Also, I had received notification in March 2008 that I was being processed for PEB via the 81st RSC in Alabama.  I sent them all my information at the time, along with the letter from my Commanding Officer at the time.  I do not know what happened to that paperwork, as it seems to have vanished around the time that our unit was transferred back under purview of the 99th RSC.

I have spent most of my adult life as a soldier, and as a language analyst.  I love my job, and I have performed at levels higher than my rank for much of that time.  I was our Assistant Command Language Program Manager for years.  I have been squad leader, class leader, platoon leader, and acting team NCOIC.  I do not believe that my now-mitigated back condition should disqualify me from service, but I can understand how my seizure disorder would disqualify me from deployment and thus from the Army.  All I ask is that you review my supporting documentation.

Thank you very much for your time and consideration.  Have a wonderful day!

Sincerely,

Super Bowls

Was anyone else watching the Super Bowl tonight and thinking: “Perhaps the officials are not entirely impartial”? Also: “Perhaps  they are willfully blind to the blatant penalties and unsportmanslike conduct being perpetrated by the Steelers”? And: “You know, that Harrison guy who pummelled the Cardinal should have been ejected from the game, not just given a penalty?” And: “What the heck is going on with the change-of-possession penalties?”

Caveat: I love football. I’m also a Baltimore girl, ergo I’m not much of a Steelers fan: Kind of sick of them and many of the Pittsburgh fans picking on my town. Therefore, I’m not completely unbiased. At all. (My friend, Jill, is a Steelers fan, and I love her anyway. Best buddy.)

At the end of the day, it is just a game–but it’s also more than that: It is an amalgamation of the combined hopes and dreams and wishes of many, many people. We anthropomorphize entire teams (yes, that usage counts–a team isn’t a person on its own; it’s a big bunch of people who sometimes act in unison), and imbue them with parts of ourselves, so when a team we root for loses, we tend to be way more cranky. Right now, I’m sort of cranky. The Cardinals didn’t win; they could have certainly played better (why does no one cover Holmes? And the interception at the goal line?! Why?), but for the whole game, the officials–for their own mysterious reasons–seemed intent on nearly giving the game away to the Steelers. For a team who has had under 50 penalty yards averaged for both the regular and post-season, receving approximately 100 penalty yards in a game seems a little strange.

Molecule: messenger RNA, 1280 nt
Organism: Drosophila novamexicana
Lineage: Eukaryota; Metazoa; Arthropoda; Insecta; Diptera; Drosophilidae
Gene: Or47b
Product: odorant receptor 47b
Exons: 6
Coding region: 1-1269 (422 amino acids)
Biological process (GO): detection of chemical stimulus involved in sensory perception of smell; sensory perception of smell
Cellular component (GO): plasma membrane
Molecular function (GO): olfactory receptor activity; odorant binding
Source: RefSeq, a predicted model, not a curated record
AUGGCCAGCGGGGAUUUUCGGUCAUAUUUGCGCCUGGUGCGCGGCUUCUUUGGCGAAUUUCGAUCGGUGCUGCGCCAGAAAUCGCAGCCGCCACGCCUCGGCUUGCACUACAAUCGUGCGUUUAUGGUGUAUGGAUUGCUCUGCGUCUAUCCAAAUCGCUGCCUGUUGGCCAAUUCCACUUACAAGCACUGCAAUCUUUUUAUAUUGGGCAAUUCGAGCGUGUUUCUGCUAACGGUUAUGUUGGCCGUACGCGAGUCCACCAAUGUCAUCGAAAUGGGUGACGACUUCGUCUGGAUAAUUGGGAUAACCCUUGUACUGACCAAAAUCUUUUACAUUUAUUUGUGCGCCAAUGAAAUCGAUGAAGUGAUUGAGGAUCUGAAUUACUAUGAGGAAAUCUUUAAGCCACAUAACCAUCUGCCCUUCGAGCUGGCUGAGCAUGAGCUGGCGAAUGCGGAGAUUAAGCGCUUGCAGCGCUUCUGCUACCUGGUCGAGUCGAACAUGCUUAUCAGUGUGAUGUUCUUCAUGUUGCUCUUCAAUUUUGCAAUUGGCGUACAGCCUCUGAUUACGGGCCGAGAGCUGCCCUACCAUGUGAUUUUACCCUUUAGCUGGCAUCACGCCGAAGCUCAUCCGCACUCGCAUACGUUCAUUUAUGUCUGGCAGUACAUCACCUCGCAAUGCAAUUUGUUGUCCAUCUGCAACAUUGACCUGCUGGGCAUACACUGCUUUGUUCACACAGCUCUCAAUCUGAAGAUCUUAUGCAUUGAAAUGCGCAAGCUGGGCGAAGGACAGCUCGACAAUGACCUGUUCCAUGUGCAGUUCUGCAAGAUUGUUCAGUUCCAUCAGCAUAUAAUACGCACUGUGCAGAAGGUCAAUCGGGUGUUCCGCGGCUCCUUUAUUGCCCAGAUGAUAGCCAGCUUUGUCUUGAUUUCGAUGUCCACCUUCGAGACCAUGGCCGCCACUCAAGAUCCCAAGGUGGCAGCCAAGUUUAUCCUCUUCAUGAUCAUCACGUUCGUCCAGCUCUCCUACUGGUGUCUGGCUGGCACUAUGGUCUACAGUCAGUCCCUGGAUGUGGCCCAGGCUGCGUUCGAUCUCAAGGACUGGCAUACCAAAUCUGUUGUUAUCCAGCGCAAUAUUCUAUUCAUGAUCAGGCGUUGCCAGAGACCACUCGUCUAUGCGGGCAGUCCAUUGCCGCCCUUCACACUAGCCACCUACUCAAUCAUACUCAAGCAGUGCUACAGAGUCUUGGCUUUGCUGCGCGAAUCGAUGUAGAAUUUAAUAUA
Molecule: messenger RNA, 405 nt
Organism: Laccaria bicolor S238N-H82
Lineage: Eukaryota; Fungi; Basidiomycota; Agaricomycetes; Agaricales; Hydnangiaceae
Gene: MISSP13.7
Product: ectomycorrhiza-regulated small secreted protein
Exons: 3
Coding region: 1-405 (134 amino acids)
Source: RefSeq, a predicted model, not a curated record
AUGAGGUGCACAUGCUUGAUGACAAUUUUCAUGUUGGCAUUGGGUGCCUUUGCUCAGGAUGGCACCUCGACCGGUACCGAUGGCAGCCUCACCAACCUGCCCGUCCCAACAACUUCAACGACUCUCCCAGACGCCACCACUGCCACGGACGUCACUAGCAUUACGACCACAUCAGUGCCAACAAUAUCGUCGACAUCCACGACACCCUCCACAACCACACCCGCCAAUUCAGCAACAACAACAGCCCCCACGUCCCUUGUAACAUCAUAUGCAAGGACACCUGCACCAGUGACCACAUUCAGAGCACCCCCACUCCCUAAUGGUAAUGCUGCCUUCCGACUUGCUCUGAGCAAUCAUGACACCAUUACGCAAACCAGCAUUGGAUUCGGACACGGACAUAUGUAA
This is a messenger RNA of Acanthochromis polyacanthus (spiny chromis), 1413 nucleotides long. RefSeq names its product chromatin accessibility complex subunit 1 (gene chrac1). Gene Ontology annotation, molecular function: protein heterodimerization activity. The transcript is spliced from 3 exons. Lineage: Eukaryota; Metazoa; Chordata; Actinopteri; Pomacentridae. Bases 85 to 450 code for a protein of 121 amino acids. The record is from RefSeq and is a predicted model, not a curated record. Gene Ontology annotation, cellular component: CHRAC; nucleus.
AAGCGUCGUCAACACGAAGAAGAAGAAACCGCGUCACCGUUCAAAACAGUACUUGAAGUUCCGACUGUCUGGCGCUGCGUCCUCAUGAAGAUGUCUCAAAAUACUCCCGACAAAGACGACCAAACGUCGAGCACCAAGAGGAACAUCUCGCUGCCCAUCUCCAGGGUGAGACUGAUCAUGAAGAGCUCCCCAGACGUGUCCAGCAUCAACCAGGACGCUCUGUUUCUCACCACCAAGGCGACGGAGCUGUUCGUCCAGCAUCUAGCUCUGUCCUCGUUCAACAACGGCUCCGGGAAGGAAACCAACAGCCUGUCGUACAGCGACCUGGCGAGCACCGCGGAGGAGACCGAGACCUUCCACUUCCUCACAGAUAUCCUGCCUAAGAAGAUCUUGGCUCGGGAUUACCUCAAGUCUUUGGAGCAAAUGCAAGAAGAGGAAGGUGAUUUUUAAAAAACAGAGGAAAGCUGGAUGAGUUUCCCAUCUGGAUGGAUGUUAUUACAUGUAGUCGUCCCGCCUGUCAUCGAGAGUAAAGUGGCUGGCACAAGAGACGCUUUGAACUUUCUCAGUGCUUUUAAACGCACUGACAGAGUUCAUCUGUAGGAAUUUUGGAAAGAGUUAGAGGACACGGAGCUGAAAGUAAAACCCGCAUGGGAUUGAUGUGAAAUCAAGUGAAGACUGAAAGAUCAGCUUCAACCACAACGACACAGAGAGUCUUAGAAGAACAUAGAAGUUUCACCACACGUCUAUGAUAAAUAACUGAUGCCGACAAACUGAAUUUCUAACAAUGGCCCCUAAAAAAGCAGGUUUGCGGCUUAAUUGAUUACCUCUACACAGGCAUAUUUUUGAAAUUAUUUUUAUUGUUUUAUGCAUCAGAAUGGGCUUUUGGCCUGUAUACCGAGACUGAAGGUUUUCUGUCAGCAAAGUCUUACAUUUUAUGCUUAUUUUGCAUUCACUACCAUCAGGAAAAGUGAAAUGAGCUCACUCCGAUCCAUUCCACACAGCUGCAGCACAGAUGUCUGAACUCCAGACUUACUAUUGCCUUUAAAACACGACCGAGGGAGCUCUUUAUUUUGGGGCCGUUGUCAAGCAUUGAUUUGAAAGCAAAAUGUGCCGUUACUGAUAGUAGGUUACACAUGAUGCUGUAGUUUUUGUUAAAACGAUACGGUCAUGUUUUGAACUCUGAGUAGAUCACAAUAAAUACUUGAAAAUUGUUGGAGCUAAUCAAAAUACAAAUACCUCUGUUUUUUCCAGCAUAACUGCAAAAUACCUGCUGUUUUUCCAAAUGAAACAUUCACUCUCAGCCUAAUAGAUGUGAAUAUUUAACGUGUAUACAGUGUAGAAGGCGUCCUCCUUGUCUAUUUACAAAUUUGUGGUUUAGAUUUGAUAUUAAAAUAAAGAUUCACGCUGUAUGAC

Not that I’m pointing fingers. 🙂

Strange Paths to Follow

“The basic problem is that if God exists, what is the point of literature?” Ionesco has said. “And if He doesn’t exist, what is the point of literature? Either way, my writing, the only thing I have ever succeeded in doing, is invalidated.” (Ionesco in 1984, from Playwrights at Work, ed. by George Plimpton, 2000)

This is the problem with living too deeply in one’s own head: suddenly, most of your thoughts are paradoxes, and you begin to look too deeply into the abyss of the existential problem. Who are we? Why are we here? Is there any deeper purpose to anything? If there’s no deeper meaning, why even bother?

When looking that deeply into the recesses of our primeval mind, the longer we think about what the answer could be–or if there even is an answer at all–the scarier it can get. I don’t know if we were meant to look in there at all. When I start thinking about it, my mind starts chasing the trail out into the beginnings of infinity.

Is this line of reasoning valid? I believe that there are some things we will never know as long as we are alive. The “meaning of life” is one of those things. (Although, the meaning of “Life, the Universe, and Everything” (the Ultimate Question) is apparently 42…though we’re not really sure what the actual wording of the question was.)  We could, therefore, spend our lives naval-gazing without ever getting any closer to anything with meaning, or we could do things that improve our lives and the lives of others. Does that give our lives meaning?

Back to the original thought: does a higher power invalidate artistic achievement? Does the lack of a higher power invalidate artistic achievement? Does this make any sense? If two thoughts cancel each other out completely, doesn’t that invalidate both of them? So, if they are both invalidated, then one must develop a new theory. In this instance, a new theory might be that true artistry might improve someone’s life–whether or not there’s a higher power at all.

We are only little tiny somethings on a subjectively tiny planet somewhere in an enormous universe (or multiverse, depending on which physics theory you follow), so what we do probably doesn’t have some huge cosmic effect. However, that doesn’t mean that we do or say etc has no effect whatsoever. We may have a beautiful effect on someone. Or maybe a group of people. Maybe that’s enough…